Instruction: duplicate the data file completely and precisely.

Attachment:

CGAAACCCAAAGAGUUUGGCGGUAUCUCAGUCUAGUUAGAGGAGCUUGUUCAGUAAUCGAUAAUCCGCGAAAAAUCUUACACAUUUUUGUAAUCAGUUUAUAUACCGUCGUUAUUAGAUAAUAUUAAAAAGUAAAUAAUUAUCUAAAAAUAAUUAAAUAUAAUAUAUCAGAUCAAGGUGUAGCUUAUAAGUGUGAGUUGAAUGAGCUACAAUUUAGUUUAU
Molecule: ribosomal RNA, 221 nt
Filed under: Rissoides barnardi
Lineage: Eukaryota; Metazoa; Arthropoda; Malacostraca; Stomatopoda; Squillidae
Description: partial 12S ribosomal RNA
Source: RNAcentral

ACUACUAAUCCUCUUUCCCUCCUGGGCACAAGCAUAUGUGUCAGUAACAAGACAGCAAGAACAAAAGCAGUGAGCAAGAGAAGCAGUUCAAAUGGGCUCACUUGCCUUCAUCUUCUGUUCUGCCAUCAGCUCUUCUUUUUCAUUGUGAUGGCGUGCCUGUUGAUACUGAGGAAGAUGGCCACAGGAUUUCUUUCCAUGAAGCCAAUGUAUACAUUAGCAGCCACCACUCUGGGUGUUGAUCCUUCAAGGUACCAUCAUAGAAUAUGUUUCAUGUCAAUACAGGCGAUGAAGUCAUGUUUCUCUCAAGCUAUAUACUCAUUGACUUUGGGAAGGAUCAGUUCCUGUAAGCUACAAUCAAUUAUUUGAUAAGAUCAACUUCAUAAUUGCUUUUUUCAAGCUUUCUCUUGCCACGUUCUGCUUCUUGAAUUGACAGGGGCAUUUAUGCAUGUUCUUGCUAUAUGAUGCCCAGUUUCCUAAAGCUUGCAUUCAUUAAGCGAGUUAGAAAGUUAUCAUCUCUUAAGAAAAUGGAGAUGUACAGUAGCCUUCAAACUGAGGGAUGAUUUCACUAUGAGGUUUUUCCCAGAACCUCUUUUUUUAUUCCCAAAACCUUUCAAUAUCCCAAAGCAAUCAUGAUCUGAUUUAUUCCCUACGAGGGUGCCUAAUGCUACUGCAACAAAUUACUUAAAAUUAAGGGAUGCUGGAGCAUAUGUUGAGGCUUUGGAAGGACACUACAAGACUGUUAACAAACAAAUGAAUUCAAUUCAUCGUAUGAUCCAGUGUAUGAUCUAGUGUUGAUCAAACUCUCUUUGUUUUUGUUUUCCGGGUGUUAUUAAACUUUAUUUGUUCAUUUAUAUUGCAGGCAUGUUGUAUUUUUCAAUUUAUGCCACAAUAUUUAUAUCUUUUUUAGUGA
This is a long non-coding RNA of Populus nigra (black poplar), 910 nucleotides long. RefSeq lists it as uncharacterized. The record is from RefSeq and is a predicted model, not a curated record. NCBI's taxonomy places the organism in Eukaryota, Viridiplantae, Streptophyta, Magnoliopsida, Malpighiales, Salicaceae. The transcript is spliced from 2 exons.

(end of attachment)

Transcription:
CGAAACCCAAAGAGUUUGGCGGUAUCUCAGUCUAGUUAGAGGAGCUUGUUCAGUAAUCGAUAAUCCGCGAAAAAUCUUACACAUUUUUGUAAUCAGUUUAUAUACCGUCGUUAUUAGAUAAUAUUAAAAAGUAAAUAAUUAUCUAAAAAUAAUUAAAUAUAAUAUAUCAGAUCAAGGUGUAGCUUAUAAGUGUGAGUUGAAUGAGCUACAAUUUAGUUUAU
Molecule: ribosomal RNA, 221 nt
Filed under: Rissoides barnardi
Lineage: Eukaryota; Metazoa; Arthropoda; Malacostraca; Stomatopoda; Squillidae
Description: partial 12S ribosomal RNA
Source: RNAcentral

ACUACUAAUCCUCUUUCCCUCCUGGGCACAAGCAUAUGUGUCAGUAACAAGACAGCAAGAACAAAAGCAGUGAGCAAGAGAAGCAGUUCAAAUGGGCUCACUUGCCUUCAUCUUCUGUUCUGCCAUCAGCUCUUCUUUUUCAUUGUGAUGGCGUGCCUGUUGAUACUGAGGAAGAUGGCCACAGGAUUUCUUUCCAUGAAGCCAAUGUAUACAUUAGCAGCCACCACUCUGGGUGUUGAUCCUUCAAGGUACCAUCAUAGAAUAUGUUUCAUGUCAAUACAGGCGAUGAAGUCAUGUUUCUCUCAAGCUAUAUACUCAUUGACUUUGGGAAGGAUCAGUUCCUGUAAGCUACAAUCAAUUAUUUGAUAAGAUCAACUUCAUAAUUGCUUUUUUCAAGCUUUCUCUUGCCACGUUCUGCUUCUUGAAUUGACAGGGGCAUUUAUGCAUGUUCUUGCUAUAUGAUGCCCAGUUUCCUAAAGCUUGCAUUCAUUAAGCGAGUUAGAAAGUUAUCAUCUCUUAAGAAAAUGGAGAUGUACAGUAGCCUUCAAACUGAGGGAUGAUUUCACUAUGAGGUUUUUCCCAGAACCUCUUUUUUUAUUCCCAAAACCUUUCAAUAUCCCAAAGCAAUCAUGAUCUGAUUUAUUCCCUACGAGGGUGCCUAAUGCUACUGCAACAAAUUACUUAAAAUUAAGGGAUGCUGGAGCAUAUGUUGAGGCUUUGGAAGGACACUACAAGACUGUUAACAAACAAAUGAAUUCAAUUCAUCGUAUGAUCCAGUGUAUGAUCUAGUGUUGAUCAAACUCUCUUUGUUUUUGUUUUCCGGGUGUUAUUAAACUUUAUUUGUUCAUUUAUAUUGCAGGCAUGUUGUAUUUUUCAAUUUAUGCCACAAUAUUUAUAUCUUUUUUAGUGA
This is a long non-coding RNA of Populus nigra (black poplar), 910 nucleotides long. RefSeq lists it as uncharacterized. The record is from RefSeq and is a predicted model, not a curated record. NCBI's taxonomy places the organism in Eukaryota, Viridiplantae, Streptophyta, Magnoliopsida, Malpighiales, Salicaceae. The transcript is spliced from 2 exons.